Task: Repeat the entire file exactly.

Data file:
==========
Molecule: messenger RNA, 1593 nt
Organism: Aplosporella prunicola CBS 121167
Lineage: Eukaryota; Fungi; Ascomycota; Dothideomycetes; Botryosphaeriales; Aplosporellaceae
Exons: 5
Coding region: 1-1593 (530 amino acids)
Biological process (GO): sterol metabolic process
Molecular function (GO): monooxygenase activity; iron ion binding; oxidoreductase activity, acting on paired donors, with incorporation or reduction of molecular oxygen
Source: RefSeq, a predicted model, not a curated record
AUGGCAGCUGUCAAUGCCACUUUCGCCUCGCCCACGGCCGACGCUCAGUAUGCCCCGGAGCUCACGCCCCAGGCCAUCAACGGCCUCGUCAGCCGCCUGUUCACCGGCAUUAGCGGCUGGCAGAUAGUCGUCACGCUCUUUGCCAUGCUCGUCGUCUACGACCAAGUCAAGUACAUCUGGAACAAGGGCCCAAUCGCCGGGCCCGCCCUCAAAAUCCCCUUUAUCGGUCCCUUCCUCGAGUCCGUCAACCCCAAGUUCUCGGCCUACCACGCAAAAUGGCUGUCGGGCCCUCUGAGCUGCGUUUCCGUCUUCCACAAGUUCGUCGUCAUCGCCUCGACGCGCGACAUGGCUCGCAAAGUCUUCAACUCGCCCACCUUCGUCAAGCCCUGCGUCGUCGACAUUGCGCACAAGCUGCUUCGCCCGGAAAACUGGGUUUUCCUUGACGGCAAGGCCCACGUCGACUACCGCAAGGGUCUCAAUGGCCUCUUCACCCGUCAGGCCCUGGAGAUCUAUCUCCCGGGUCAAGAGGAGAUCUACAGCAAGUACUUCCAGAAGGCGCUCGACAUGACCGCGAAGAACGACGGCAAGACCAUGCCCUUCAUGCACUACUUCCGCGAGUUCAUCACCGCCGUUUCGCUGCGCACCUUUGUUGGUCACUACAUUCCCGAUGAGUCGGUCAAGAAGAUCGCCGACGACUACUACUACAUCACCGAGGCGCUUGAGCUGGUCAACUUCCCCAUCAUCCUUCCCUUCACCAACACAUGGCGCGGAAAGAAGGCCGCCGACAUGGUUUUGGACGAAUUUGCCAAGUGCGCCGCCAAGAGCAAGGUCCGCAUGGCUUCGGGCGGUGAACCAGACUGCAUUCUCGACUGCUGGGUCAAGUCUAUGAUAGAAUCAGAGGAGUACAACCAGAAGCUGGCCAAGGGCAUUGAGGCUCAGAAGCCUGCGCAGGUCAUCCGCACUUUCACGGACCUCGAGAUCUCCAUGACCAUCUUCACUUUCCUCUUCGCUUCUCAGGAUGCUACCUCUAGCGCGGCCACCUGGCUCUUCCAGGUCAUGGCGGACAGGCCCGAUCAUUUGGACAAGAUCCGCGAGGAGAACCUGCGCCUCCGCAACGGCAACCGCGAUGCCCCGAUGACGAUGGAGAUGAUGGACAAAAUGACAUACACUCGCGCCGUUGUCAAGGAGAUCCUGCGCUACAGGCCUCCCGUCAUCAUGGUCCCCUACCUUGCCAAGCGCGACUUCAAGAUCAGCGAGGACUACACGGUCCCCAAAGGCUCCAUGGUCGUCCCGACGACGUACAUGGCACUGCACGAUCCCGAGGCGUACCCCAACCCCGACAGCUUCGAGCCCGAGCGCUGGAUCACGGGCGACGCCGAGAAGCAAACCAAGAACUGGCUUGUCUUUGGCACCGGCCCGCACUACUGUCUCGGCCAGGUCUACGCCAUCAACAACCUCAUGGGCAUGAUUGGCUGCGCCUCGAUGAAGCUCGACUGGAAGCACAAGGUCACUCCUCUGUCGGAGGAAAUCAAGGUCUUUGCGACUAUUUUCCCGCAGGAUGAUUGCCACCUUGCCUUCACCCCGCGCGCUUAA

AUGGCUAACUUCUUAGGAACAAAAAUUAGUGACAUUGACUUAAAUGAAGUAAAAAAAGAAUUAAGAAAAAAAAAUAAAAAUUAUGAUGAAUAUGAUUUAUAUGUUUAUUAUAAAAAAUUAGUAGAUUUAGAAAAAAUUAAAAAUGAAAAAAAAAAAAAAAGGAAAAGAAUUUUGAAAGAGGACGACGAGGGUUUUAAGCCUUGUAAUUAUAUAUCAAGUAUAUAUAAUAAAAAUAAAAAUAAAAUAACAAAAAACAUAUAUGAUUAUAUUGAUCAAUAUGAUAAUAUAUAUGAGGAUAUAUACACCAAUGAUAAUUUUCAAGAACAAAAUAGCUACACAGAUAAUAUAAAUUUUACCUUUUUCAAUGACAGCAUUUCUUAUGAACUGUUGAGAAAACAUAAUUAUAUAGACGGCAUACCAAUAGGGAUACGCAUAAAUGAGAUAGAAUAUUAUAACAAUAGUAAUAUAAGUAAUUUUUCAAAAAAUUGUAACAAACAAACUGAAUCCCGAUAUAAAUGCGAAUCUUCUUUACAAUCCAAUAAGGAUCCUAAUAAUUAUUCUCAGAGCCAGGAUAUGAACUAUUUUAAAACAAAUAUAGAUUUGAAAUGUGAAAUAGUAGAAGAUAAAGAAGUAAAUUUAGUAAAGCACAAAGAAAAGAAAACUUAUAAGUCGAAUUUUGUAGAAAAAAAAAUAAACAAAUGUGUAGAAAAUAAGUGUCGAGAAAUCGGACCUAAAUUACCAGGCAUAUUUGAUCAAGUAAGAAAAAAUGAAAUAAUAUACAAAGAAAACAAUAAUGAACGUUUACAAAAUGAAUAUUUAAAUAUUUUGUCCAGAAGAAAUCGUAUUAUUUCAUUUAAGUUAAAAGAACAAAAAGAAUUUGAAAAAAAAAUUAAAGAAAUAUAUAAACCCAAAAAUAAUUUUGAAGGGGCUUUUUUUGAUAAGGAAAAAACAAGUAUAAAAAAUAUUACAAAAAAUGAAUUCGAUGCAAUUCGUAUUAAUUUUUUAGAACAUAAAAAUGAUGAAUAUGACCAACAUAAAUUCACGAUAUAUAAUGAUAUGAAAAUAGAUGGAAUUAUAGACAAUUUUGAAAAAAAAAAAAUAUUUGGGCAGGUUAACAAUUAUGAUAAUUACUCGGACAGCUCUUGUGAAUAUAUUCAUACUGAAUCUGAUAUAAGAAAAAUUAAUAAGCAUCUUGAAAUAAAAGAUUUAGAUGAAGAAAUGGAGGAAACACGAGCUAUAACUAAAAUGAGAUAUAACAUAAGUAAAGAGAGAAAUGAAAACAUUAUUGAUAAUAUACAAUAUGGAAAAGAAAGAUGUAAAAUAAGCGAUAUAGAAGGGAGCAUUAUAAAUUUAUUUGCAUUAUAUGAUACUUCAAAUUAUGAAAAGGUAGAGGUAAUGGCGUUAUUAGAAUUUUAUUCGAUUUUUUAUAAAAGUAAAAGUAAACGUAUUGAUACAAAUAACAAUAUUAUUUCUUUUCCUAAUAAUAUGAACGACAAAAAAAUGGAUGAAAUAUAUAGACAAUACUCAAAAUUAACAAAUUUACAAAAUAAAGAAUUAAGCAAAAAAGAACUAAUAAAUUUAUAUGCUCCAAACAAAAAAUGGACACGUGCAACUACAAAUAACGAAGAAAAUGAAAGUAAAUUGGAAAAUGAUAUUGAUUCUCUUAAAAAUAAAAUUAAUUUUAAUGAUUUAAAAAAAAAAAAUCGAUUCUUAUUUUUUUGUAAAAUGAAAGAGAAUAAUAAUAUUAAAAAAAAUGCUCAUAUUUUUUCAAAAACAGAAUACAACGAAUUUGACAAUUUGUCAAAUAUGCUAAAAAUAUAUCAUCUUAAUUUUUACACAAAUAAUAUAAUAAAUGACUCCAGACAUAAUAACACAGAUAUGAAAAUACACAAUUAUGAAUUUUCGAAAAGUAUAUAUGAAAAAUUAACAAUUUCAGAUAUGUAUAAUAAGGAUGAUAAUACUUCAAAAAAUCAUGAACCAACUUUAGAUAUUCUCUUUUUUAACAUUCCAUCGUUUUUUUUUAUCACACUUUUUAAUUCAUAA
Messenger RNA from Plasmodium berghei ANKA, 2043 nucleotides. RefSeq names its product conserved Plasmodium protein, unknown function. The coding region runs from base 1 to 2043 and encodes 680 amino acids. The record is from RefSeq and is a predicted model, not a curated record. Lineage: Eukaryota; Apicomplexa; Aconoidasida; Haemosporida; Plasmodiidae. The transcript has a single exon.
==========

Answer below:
Molecule: messenger RNA, 1593 nt
Organism: Aplosporella prunicola CBS 121167
Lineage: Eukaryota; Fungi; Ascomycota; Dothideomycetes; Botryosphaeriales; Aplosporellaceae
Exons: 5
Coding region: 1-1593 (530 amino acids)
Biological process (GO): sterol metabolic process
Molecular function (GO): monooxygenase activity; iron ion binding; oxidoreductase activity, acting on paired donors, with incorporation or reduction of molecular oxygen
Source: RefSeq, a predicted model, not a curated record
AUGGCAGCUGUCAAUGCCACUUUCGCCUCGCCCACGGCCGACGCUCAGUAUGCCCCGGAGCUCACGCCCCAGGCCAUCAACGGCCUCGUCAGCCGCCUGUUCACCGGCAUUAGCGGCUGGCAGAUAGUCGUCACGCUCUUUGCCAUGCUCGUCGUCUACGACCAAGUCAAGUACAUCUGGAACAAGGGCCCAAUCGCCGGGCCCGCCCUCAAAAUCCCCUUUAUCGGUCCCUUCCUCGAGUCCGUCAACCCCAAGUUCUCGGCCUACCACGCAAAAUGGCUGUCGGGCCCUCUGAGCUGCGUUUCCGUCUUCCACAAGUUCGUCGUCAUCGCCUCGACGCGCGACAUGGCUCGCAAAGUCUUCAACUCGCCCACCUUCGUCAAGCCCUGCGUCGUCGACAUUGCGCACAAGCUGCUUCGCCCGGAAAACUGGGUUUUCCUUGACGGCAAGGCCCACGUCGACUACCGCAAGGGUCUCAAUGGCCUCUUCACCCGUCAGGCCCUGGAGAUCUAUCUCCCGGGUCAAGAGGAGAUCUACAGCAAGUACUUCCAGAAGGCGCUCGACAUGACCGCGAAGAACGACGGCAAGACCAUGCCCUUCAUGCACUACUUCCGCGAGUUCAUCACCGCCGUUUCGCUGCGCACCUUUGUUGGUCACUACAUUCCCGAUGAGUCGGUCAAGAAGAUCGCCGACGACUACUACUACAUCACCGAGGCGCUUGAGCUGGUCAACUUCCCCAUCAUCCUUCCCUUCACCAACACAUGGCGCGGAAAGAAGGCCGCCGACAUGGUUUUGGACGAAUUUGCCAAGUGCGCCGCCAAGAGCAAGGUCCGCAUGGCUUCGGGCGGUGAACCAGACUGCAUUCUCGACUGCUGGGUCAAGUCUAUGAUAGAAUCAGAGGAGUACAACCAGAAGCUGGCCAAGGGCAUUGAGGCUCAGAAGCCUGCGCAGGUCAUCCGCACUUUCACGGACCUCGAGAUCUCCAUGACCAUCUUCACUUUCCUCUUCGCUUCUCAGGAUGCUACCUCUAGCGCGGCCACCUGGCUCUUCCAGGUCAUGGCGGACAGGCCCGAUCAUUUGGACAAGAUCCGCGAGGAGAACCUGCGCCUCCGCAACGGCAACCGCGAUGCCCCGAUGACGAUGGAGAUGAUGGACAAAAUGACAUACACUCGCGCCGUUGUCAAGGAGAUCCUGCGCUACAGGCCUCCCGUCAUCAUGGUCCCCUACCUUGCCAAGCGCGACUUCAAGAUCAGCGAGGACUACACGGUCCCCAAAGGCUCCAUGGUCGUCCCGACGACGUACAUGGCACUGCACGAUCCCGAGGCGUACCCCAACCCCGACAGCUUCGAGCCCGAGCGCUGGAUCACGGGCGACGCCGAGAAGCAAACCAAGAACUGGCUUGUCUUUGGCACCGGCCCGCACUACUGUCUCGGCCAGGUCUACGCCAUCAACAACCUCAUGGGCAUGAUUGGCUGCGCCUCGAUGAAGCUCGACUGGAAGCACAAGGUCACUCCUCUGUCGGAGGAAAUCAAGGUCUUUGCGACUAUUUUCCCGCAGGAUGAUUGCCACCUUGCCUUCACCCCGCGCGCUUAA

AUGGCUAACUUCUUAGGAACAAAAAUUAGUGACAUUGACUUAAAUGAAGUAAAAAAAGAAUUAAGAAAAAAAAAUAAAAAUUAUGAUGAAUAUGAUUUAUAUGUUUAUUAUAAAAAAUUAGUAGAUUUAGAAAAAAUUAAAAAUGAAAAAAAAAAAAAAAGGAAAAGAAUUUUGAAAGAGGACGACGAGGGUUUUAAGCCUUGUAAUUAUAUAUCAAGUAUAUAUAAUAAAAAUAAAAAUAAAAUAACAAAAAACAUAUAUGAUUAUAUUGAUCAAUAUGAUAAUAUAUAUGAGGAUAUAUACACCAAUGAUAAUUUUCAAGAACAAAAUAGCUACACAGAUAAUAUAAAUUUUACCUUUUUCAAUGACAGCAUUUCUUAUGAACUGUUGAGAAAACAUAAUUAUAUAGACGGCAUACCAAUAGGGAUACGCAUAAAUGAGAUAGAAUAUUAUAACAAUAGUAAUAUAAGUAAUUUUUCAAAAAAUUGUAACAAACAAACUGAAUCCCGAUAUAAAUGCGAAUCUUCUUUACAAUCCAAUAAGGAUCCUAAUAAUUAUUCUCAGAGCCAGGAUAUGAACUAUUUUAAAACAAAUAUAGAUUUGAAAUGUGAAAUAGUAGAAGAUAAAGAAGUAAAUUUAGUAAAGCACAAAGAAAAGAAAACUUAUAAGUCGAAUUUUGUAGAAAAAAAAAUAAACAAAUGUGUAGAAAAUAAGUGUCGAGAAAUCGGACCUAAAUUACCAGGCAUAUUUGAUCAAGUAAGAAAAAAUGAAAUAAUAUACAAAGAAAACAAUAAUGAACGUUUACAAAAUGAAUAUUUAAAUAUUUUGUCCAGAAGAAAUCGUAUUAUUUCAUUUAAGUUAAAAGAACAAAAAGAAUUUGAAAAAAAAAUUAAAGAAAUAUAUAAACCCAAAAAUAAUUUUGAAGGGGCUUUUUUUGAUAAGGAAAAAACAAGUAUAAAAAAUAUUACAAAAAAUGAAUUCGAUGCAAUUCGUAUUAAUUUUUUAGAACAUAAAAAUGAUGAAUAUGACCAACAUAAAUUCACGAUAUAUAAUGAUAUGAAAAUAGAUGGAAUUAUAGACAAUUUUGAAAAAAAAAAAAUAUUUGGGCAGGUUAACAAUUAUGAUAAUUACUCGGACAGCUCUUGUGAAUAUAUUCAUACUGAAUCUGAUAUAAGAAAAAUUAAUAAGCAUCUUGAAAUAAAAGAUUUAGAUGAAGAAAUGGAGGAAACACGAGCUAUAACUAAAAUGAGAUAUAACAUAAGUAAAGAGAGAAAUGAAAACAUUAUUGAUAAUAUACAAUAUGGAAAAGAAAGAUGUAAAAUAAGCGAUAUAGAAGGGAGCAUUAUAAAUUUAUUUGCAUUAUAUGAUACUUCAAAUUAUGAAAAGGUAGAGGUAAUGGCGUUAUUAGAAUUUUAUUCGAUUUUUUAUAAAAGUAAAAGUAAACGUAUUGAUACAAAUAACAAUAUUAUUUCUUUUCCUAAUAAUAUGAACGACAAAAAAAUGGAUGAAAUAUAUAGACAAUACUCAAAAUUAACAAAUUUACAAAAUAAAGAAUUAAGCAAAAAAGAACUAAUAAAUUUAUAUGCUCCAAACAAAAAAUGGACACGUGCAACUACAAAUAACGAAGAAAAUGAAAGUAAAUUGGAAAAUGAUAUUGAUUCUCUUAAAAAUAAAAUUAAUUUUAAUGAUUUAAAAAAAAAAAAUCGAUUCUUAUUUUUUUGUAAAAUGAAAGAGAAUAAUAAUAUUAAAAAAAAUGCUCAUAUUUUUUCAAAAACAGAAUACAACGAAUUUGACAAUUUGUCAAAUAUGCUAAAAAUAUAUCAUCUUAAUUUUUACACAAAUAAUAUAAUAAAUGACUCCAGACAUAAUAACACAGAUAUGAAAAUACACAAUUAUGAAUUUUCGAAAAGUAUAUAUGAAAAAUUAACAAUUUCAGAUAUGUAUAAUAAGGAUGAUAAUACUUCAAAAAAUCAUGAACCAACUUUAGAUAUUCUCUUUUUUAACAUUCCAUCGUUUUUUUUUAUCACACUUUUUAAUUCAUAA
Messenger RNA from Plasmodium berghei ANKA, 2043 nucleotides. RefSeq names its product conserved Plasmodium protein, unknown function. The coding region runs from base 1 to 2043 and encodes 680 amino acids. The record is from RefSeq and is a predicted model, not a curated record. Lineage: Eukaryota; Apicomplexa; Aconoidasida; Haemosporida; Plasmodiidae. The transcript has a single exon.